Michael and a native Chilean named Juan Pablo were paired up for C2 sprint canoeing competitions. (The letter denotes the watercraft, the number the number of paddlers.) The two were a perfect team – the tall, lithe Michael rowed on the canoe’s right side, while the short, stocky Juan Pablo rowed on the left side. Michael’s natural athleticism manifested itself in the sport, particularly in one memorable competition in the Pacific Ocean in which Michael fell into the surf but managed to climb back into the canoe to finish the race with Juan Pablo. “That was just the most exciting competition,” Valerie recalls. “To me, it was scary.”

Deep into the throes of work and preaching, Jasper never forgot about wrestling. He searched for opportunities for Michael to continue in that sport when he stumbled across a regional tournament. It had been three years since Michael stepped onto a wrestling mat, but he put forth the effort.

His first match was a loss. As Jasper recalls, Michael came back to pin his next two opponents. All his competitors were older.

“I definitely felt rusty for sure. I didn’t really know what I was doing at first,” Michael says. “When I kind of clicked, things just started coming back to me.”

It was clear to the McMinnville High School coaches, as practice commenced in the winter of 2014, that Michael was shaking off some rust.

“When we first got him, he was just a raw kid that’s pretty athletic,” says Grizzlies head wrestling coach Jordan Barich, an assistant to Shawn Keinonen in the 2014-15 season. “But as we’re getting going, he’s picking it up way quicker than a kid who has never wrestled is picking things up.”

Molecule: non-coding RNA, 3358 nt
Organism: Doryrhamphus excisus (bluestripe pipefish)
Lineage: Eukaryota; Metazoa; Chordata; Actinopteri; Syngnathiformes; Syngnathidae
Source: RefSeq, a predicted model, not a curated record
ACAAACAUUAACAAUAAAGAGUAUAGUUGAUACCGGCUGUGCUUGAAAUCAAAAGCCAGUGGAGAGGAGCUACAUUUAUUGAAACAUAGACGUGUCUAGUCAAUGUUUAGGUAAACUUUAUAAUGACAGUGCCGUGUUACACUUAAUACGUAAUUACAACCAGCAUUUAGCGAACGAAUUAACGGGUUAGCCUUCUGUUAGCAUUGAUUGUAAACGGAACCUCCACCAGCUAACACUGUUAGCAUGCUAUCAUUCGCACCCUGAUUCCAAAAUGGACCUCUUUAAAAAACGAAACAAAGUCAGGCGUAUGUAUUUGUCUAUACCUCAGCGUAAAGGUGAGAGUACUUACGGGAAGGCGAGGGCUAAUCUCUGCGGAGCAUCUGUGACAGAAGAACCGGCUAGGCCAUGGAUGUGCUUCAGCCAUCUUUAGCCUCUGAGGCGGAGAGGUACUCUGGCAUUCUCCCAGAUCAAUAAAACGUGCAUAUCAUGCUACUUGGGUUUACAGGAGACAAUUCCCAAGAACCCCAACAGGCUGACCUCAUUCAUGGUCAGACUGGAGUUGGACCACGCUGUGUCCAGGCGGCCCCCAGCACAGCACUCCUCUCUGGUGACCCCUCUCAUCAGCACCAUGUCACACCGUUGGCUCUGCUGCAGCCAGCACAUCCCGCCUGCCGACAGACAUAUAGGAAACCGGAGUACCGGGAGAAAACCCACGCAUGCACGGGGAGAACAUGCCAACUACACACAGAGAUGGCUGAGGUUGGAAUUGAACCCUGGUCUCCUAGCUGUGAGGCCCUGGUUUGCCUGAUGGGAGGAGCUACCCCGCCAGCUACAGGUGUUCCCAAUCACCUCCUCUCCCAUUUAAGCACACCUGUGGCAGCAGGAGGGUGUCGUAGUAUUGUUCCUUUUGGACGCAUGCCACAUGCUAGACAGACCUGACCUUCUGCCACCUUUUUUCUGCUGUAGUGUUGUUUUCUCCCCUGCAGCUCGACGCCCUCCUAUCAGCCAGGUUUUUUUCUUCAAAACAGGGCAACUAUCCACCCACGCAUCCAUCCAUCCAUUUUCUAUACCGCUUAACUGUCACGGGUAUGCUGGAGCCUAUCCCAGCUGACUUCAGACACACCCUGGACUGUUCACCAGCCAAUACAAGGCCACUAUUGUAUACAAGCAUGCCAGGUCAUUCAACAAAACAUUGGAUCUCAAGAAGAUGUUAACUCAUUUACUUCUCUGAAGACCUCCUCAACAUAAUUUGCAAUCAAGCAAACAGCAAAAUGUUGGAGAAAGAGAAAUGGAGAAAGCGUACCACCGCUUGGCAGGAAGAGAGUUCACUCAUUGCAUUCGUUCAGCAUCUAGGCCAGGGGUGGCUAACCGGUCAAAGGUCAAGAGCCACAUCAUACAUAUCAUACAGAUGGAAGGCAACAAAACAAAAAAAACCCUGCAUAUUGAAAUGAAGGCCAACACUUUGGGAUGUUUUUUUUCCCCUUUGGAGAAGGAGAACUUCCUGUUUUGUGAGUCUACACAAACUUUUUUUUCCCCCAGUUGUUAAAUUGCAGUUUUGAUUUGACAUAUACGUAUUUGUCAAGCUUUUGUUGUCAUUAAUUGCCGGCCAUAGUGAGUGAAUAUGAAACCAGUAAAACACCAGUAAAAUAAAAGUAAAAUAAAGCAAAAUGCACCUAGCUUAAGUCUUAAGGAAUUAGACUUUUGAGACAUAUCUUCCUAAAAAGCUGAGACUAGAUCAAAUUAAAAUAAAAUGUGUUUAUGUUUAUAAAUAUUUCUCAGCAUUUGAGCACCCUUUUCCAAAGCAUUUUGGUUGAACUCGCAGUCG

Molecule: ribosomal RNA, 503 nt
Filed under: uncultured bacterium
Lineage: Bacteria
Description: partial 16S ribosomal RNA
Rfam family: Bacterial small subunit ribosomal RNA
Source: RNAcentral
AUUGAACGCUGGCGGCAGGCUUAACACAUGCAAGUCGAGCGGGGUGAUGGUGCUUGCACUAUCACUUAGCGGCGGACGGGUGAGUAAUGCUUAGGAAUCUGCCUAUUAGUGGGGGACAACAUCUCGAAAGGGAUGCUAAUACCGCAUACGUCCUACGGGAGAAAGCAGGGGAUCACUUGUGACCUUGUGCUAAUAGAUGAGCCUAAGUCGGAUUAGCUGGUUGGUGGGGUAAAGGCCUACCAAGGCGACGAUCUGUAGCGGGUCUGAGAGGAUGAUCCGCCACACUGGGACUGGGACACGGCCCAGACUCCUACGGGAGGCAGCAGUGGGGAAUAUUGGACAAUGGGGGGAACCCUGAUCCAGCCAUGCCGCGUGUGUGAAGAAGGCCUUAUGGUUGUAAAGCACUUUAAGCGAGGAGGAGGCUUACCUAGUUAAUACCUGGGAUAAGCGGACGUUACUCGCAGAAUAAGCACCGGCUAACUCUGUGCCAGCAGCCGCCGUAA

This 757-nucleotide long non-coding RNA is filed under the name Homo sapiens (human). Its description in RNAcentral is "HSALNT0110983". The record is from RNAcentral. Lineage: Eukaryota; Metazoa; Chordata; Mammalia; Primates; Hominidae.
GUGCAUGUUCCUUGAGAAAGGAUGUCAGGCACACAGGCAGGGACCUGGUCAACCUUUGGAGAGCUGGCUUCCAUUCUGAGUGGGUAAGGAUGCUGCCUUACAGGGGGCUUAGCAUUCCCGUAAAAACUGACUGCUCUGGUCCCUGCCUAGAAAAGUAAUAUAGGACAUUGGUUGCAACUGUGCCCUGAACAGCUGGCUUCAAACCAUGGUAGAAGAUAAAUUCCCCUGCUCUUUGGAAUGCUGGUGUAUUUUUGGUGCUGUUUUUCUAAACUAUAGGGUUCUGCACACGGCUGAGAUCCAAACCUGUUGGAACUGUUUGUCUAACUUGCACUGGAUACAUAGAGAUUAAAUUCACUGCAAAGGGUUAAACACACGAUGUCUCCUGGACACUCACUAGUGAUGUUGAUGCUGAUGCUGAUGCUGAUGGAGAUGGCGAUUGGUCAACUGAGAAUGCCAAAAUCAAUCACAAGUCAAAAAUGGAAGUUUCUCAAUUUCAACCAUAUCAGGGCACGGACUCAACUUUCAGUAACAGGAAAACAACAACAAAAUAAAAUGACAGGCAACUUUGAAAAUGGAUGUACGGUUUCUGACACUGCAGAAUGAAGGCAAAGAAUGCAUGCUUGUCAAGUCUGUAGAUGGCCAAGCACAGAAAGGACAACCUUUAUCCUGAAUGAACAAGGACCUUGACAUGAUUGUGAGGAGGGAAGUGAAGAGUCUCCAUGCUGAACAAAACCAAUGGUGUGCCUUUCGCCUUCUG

The Abeyta family had moved to McMinnville before the 2014-15 school year, in part due to the presence of The Potter’s House: “We just wanted to be in close proximity to a leadership church,” Jasper says. Michael had run cross country in the fall for the Grizzlies and was the first Mac High runner across the finish line at the 2014 Class 6A Greater Valley Conference championships. The Grizzlies qualified for the 2014 OSAA Class 6A State Cross Country Championships as a team. (Michael also earned a varsity letter in track, where he ran middle and long distances.)

Barich describes Abeyta’s wrestling style as “really funky.” In the half-nelson, one of the elementary moves of the sport, a wrestler typically turns his opponent toward him on the side of the arm used to scoop the opponent’s head. Michael would turn an opponent across his body.

“He does stuff that, last year, we wouldn’t even coach him on stuff,” Barich says. “He’s doing stuff that we’ve never done. Him and his dad watch videos of wrestling. They practice moves and he comes and does these moves that kids have never seen before. And he’s persistent on them. All the things he does is very unconventional.”